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Write a Performance Measurement Inventory-Driven Cost Metrics of HP’s Supply Chain?
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Over the years, performance metrics are being used as a mechanism to evaluate the competency and successful operation of certain functional activities within an organisation. There is a growing trend among the academicians and industry experts to develop a perfect performance measurement system that is suitable for the current globalised economic conditions and the operating environment of manufacturing companies. Traditionally adopted performance measurement systems are reported to adopt a narrow approach having a one-dimensional focus. This has created a need for a balanced set of measures that address challenges arising from different perspectives including financial, internal operations, customers and stakeholders and innovativeness and learning opportunities (Neely et al. 1997, p. 1131). This report analyses how the Inventory-Driven Cost (IDC) method adopted by Hewlett-Packard (HP) helped in measuring the supply chain performance and offered a competitive advantage for the company.
With worldwide operations, HP Inc. is one of the leading technology solutions providers with a major focus on imaging and printing systems, computing systems, mobile devices, solutions, and services for commercial and residential uses (Bloomberg 2017). Its product portfolio comprises of laser and inkjet printers, scanners, copiers and faxes, personal computers, workstations, storage solutions, and other computing and printing systems. In 2015, HP was ranked 19th in the Fortune 500 list based on its revenue (Narcisi 2015). As of 31 October 2016, HP reported net revenue of $48.24 billion (HP Inc 2016, p. 30). According to the company, it outsources the manufacturing of its products to a significant number of manufacturers to maintain flexibility in its supply chain and manufacturing processes. Having an irregular sales cycle impacts, it’s planning and inventory management adversely impacting the financial forecasts. This report analyses the IDC approach implemented by HP during the 1990s to resolve issues in its supply chains.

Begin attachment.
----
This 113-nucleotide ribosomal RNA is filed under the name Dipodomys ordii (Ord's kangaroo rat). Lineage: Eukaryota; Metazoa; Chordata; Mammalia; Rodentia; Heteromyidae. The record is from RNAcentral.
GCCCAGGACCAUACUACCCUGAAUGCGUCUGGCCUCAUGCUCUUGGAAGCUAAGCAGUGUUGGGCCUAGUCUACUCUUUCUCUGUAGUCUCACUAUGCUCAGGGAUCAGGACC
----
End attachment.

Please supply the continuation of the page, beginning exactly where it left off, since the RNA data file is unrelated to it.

During the 1990s, the personal computer and peripherals industry experienced changes in its industry structured as HP showed high interests in that market. HP faced a shift in customer purchasing behaviour with their inclination towards price and availability of the product rather than technical features. By then the industry became fragmented, had similar product offerings using the same technology and components. Though, market demand increased fivefold, selling prices dropped by 15% in the period (Slagmulder & Wassenhove 2004, p. 66). HP’s strategic objective was to determine an approach to translate its high-level strategic and financial goals into action plans at the operational level. HP was forced to focus on cost factors to avoid price erosion and maintain profitability as it began to operate in a high volume, lower margin, shorter product cycle and highly competitive industry. Under such business scenario, in order to gain competitive advantage and gain profit over other players, HP identified that enhancing its supply chain operations would be a suitable option.